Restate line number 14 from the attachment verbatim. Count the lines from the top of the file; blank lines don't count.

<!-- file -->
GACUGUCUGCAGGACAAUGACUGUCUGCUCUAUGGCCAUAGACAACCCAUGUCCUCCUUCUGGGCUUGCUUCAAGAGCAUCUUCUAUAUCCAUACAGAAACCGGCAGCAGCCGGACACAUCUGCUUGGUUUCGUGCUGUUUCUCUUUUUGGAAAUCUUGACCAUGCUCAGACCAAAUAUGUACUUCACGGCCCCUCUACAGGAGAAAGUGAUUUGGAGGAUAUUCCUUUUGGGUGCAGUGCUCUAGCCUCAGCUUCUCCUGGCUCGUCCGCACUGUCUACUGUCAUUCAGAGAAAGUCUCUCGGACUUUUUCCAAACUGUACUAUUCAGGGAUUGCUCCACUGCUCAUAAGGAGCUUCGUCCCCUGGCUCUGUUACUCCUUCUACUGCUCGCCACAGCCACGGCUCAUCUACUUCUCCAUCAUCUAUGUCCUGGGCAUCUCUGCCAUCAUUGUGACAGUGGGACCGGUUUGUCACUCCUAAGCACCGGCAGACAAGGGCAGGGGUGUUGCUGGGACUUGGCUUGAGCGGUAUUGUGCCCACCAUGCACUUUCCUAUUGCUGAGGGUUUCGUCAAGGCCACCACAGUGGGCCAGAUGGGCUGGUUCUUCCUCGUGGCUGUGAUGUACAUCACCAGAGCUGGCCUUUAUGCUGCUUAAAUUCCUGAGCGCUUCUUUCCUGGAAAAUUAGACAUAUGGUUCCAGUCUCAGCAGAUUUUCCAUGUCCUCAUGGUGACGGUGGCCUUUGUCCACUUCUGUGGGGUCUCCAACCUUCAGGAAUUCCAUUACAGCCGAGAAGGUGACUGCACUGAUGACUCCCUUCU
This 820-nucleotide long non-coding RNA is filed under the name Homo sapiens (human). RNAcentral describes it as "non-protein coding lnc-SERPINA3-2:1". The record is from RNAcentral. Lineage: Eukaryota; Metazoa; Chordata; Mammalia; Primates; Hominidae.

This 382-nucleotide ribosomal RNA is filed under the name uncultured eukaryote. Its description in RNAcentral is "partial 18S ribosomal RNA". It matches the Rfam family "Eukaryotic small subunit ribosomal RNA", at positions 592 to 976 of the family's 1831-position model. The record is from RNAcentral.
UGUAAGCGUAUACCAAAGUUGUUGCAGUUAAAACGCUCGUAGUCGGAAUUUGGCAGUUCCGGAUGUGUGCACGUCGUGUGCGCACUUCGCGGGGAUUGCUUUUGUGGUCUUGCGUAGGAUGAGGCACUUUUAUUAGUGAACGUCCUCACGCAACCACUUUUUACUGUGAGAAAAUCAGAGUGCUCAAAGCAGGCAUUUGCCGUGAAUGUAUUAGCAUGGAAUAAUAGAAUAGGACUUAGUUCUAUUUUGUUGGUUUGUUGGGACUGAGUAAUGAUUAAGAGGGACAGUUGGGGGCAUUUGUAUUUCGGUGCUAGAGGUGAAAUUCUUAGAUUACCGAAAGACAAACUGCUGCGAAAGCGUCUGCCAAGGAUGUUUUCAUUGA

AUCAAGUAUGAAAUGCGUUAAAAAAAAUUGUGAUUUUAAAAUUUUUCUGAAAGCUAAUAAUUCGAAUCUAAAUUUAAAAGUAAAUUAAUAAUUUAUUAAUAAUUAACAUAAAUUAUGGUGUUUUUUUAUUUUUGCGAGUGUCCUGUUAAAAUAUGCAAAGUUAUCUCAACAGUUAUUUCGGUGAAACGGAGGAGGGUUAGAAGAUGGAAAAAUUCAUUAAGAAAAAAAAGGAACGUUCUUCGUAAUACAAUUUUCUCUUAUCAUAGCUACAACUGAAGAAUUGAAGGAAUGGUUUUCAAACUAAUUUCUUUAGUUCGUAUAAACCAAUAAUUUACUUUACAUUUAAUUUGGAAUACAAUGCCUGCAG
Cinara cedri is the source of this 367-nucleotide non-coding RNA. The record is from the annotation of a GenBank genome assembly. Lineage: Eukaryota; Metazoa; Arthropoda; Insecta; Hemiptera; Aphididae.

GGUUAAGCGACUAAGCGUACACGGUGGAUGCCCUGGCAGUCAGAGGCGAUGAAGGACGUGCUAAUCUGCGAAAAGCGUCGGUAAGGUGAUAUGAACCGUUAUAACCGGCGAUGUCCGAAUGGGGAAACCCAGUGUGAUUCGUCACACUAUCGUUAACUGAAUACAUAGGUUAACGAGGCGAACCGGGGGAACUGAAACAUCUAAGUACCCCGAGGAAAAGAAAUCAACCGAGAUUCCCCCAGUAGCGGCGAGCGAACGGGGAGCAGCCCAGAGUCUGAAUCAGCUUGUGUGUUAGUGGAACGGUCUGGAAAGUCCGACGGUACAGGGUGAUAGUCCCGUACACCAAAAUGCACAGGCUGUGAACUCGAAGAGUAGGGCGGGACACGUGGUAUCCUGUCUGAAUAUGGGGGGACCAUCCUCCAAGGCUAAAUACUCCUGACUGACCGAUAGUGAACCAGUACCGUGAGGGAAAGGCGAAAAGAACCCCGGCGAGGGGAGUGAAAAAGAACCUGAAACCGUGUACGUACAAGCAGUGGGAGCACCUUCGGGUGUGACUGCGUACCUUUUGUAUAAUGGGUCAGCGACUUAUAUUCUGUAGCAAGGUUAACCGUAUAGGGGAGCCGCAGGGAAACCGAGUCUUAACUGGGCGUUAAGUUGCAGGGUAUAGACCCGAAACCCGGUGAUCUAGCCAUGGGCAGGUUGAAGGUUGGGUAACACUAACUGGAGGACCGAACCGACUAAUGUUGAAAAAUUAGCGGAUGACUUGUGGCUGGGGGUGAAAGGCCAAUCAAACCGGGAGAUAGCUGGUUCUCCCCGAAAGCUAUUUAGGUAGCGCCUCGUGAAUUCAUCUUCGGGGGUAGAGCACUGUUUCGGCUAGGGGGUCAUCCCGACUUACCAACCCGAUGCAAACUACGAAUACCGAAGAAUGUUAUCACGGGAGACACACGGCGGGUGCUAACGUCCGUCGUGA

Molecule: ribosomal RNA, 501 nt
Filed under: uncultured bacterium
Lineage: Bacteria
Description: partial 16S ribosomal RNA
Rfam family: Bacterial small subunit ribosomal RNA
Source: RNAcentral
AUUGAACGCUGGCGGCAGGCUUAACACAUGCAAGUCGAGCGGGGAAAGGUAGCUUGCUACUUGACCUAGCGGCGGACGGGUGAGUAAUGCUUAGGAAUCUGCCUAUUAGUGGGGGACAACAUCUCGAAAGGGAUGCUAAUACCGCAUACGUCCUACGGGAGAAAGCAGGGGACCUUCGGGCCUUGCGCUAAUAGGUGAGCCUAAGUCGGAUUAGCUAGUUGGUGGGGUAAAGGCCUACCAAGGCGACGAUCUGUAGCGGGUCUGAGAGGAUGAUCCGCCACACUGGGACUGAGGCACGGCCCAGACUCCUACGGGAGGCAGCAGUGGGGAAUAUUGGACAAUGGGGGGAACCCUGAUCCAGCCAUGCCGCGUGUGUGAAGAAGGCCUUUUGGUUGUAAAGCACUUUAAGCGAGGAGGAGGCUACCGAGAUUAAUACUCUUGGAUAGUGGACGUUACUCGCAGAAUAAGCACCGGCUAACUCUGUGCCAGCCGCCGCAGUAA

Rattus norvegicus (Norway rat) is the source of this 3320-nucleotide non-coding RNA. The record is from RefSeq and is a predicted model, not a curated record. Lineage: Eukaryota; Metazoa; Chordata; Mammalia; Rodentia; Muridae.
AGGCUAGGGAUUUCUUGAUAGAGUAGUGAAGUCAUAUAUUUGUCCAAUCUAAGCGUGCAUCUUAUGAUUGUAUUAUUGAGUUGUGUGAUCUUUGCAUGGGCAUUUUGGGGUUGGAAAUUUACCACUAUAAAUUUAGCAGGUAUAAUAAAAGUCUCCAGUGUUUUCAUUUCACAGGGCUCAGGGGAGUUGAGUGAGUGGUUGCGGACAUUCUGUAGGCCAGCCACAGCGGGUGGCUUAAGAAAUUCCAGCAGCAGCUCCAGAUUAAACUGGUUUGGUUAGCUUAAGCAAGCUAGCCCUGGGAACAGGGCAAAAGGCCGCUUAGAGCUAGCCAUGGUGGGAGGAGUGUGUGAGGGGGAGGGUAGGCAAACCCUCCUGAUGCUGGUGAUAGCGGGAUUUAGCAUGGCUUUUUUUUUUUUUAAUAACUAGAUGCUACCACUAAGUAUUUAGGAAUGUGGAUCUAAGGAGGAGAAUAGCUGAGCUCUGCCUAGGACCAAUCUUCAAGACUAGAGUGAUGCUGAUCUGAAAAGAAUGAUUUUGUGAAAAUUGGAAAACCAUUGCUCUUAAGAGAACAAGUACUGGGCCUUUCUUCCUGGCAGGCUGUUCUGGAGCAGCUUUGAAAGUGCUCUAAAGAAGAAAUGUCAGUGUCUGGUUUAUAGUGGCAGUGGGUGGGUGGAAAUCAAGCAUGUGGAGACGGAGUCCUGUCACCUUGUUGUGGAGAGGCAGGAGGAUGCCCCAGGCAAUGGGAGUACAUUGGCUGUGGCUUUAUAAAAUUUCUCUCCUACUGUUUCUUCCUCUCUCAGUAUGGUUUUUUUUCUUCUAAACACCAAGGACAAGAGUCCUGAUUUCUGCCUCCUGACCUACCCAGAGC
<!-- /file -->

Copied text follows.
AUUGAACGCUGGCGGCAGGCUUAACACAUGCAAGUCGAGCGGGGAAAGGUAGCUUGCUACUUGACCUAGCGGCGGACGGGUGAGUAAUGCUUAGGAAUCUGCCUAUUAGUGGGGGACAACAUCUCGAAAGGGAUGCUAAUACCGCAUACGUCCUACGGGAGAAAGCAGGGGACCUUCGGGCCUUGCGCUAAUAGGUGAGCCUAAGUCGGAUUAGCUAGUUGGUGGGGUAAAGGCCUACCAAGGCGACGAUCUGUAGCGGGUCUGAGAGGAUGAUCCGCCACACUGGGACUGAGGCACGGCCCAGACUCCUACGGGAGGCAGCAGUGGGGAAUAUUGGACAAUGGGGGGAACCCUGAUCCAGCCAUGCCGCGUGUGUGAAGAAGGCCUUUUGGUUGUAAAGCACUUUAAGCGAGGAGGAGGCUACCGAGAUUAAUACUCUUGGAUAGUGGACGUUACUCGCAGAAUAAGCACCGGCUAACUCUGUGCCAGCCGCCGCAGUAA